Builder confidence in the market for newly built, single-family homes dropped two points to 15 in March as poor weather conditions and distressed property sales posed increasing challenges to both builders and buyers, according to the latest National Association of Home Builders/Wells Fargo Housing Market Index (HMI), released today.
Three items are weighing on builder confidence, says NAHB Chief Economist David Crowe.
Derived from a monthly survey that NAHB has been conducting for more than 20 years, the HMI gauges builder perceptions of current single-family home sales and sales expectations for the next six months. The survey also asks builders to rate traffic of prospective buyers. Scores for each component are then used to calculate a seasonally adjusted index where any number over 50 indicates that more builders view conditions as good than poor.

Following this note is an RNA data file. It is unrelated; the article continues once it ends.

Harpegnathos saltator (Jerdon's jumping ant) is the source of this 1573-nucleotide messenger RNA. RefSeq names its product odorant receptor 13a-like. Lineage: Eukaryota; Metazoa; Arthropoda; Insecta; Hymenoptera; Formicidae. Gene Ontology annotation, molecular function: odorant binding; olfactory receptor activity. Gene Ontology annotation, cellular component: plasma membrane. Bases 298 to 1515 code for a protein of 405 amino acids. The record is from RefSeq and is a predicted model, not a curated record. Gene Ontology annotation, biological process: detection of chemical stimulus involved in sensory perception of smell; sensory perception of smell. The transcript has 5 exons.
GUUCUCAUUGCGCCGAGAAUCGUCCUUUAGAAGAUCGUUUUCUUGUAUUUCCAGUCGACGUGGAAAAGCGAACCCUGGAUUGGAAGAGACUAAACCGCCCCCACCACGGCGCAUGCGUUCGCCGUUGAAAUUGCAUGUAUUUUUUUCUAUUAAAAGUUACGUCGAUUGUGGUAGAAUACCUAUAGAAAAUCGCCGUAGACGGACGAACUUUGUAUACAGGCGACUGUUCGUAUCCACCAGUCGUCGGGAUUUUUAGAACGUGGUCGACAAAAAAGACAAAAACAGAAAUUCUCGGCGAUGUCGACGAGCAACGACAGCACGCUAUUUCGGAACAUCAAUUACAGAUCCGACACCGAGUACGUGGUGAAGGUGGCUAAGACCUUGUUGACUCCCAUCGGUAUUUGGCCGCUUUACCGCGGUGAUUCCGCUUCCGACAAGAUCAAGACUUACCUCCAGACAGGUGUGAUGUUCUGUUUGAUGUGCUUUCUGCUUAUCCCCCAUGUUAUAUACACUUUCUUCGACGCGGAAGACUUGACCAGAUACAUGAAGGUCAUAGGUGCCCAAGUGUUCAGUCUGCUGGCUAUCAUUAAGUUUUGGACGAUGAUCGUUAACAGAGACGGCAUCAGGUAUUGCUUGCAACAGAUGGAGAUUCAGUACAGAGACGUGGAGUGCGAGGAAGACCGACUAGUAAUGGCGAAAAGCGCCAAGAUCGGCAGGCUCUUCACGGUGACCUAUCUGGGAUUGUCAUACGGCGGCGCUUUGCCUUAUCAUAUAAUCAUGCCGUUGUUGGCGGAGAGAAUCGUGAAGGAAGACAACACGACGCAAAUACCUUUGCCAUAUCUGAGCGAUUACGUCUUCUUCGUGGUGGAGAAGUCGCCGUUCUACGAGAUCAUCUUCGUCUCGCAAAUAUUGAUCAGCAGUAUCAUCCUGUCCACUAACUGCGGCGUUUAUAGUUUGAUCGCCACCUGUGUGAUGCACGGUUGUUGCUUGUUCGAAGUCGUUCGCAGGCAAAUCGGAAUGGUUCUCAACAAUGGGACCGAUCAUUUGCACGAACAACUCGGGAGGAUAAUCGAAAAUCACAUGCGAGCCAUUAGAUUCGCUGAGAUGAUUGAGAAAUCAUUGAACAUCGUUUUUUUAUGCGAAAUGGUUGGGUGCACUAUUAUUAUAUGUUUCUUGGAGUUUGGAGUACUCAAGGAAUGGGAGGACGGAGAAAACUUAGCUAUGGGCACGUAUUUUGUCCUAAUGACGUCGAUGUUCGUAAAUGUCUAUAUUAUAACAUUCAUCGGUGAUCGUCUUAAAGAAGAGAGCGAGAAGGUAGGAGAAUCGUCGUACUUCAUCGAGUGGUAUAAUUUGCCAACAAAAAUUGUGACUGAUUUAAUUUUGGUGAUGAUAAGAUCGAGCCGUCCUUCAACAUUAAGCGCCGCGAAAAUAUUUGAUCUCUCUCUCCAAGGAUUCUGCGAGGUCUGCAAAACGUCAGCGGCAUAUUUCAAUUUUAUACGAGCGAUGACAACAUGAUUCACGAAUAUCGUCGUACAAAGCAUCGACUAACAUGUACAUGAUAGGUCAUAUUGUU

In declining two points to 15 this March, the HMI returned to where it was in January 2010. Each of the HMI’s components fell in March; current sales conditions declined two points to 15, sales expectations declined three points to 24 and the traffic of prospective buyers declined two points to 10.
Regionally, the HMI results were mixed. While the Northeast posted a five-point gain to 23 and the West posted a one-point gain to 15, the Midwest HMI slid three points to 10 and the South HMI edged down one point to 18.
According to the NAHB, the inventory of new homes on the market is at an extremely low level. It expects a 25% improvement in new-home construction in 2010 over 2009 to rebuild inventory and meet expected pent-up demand.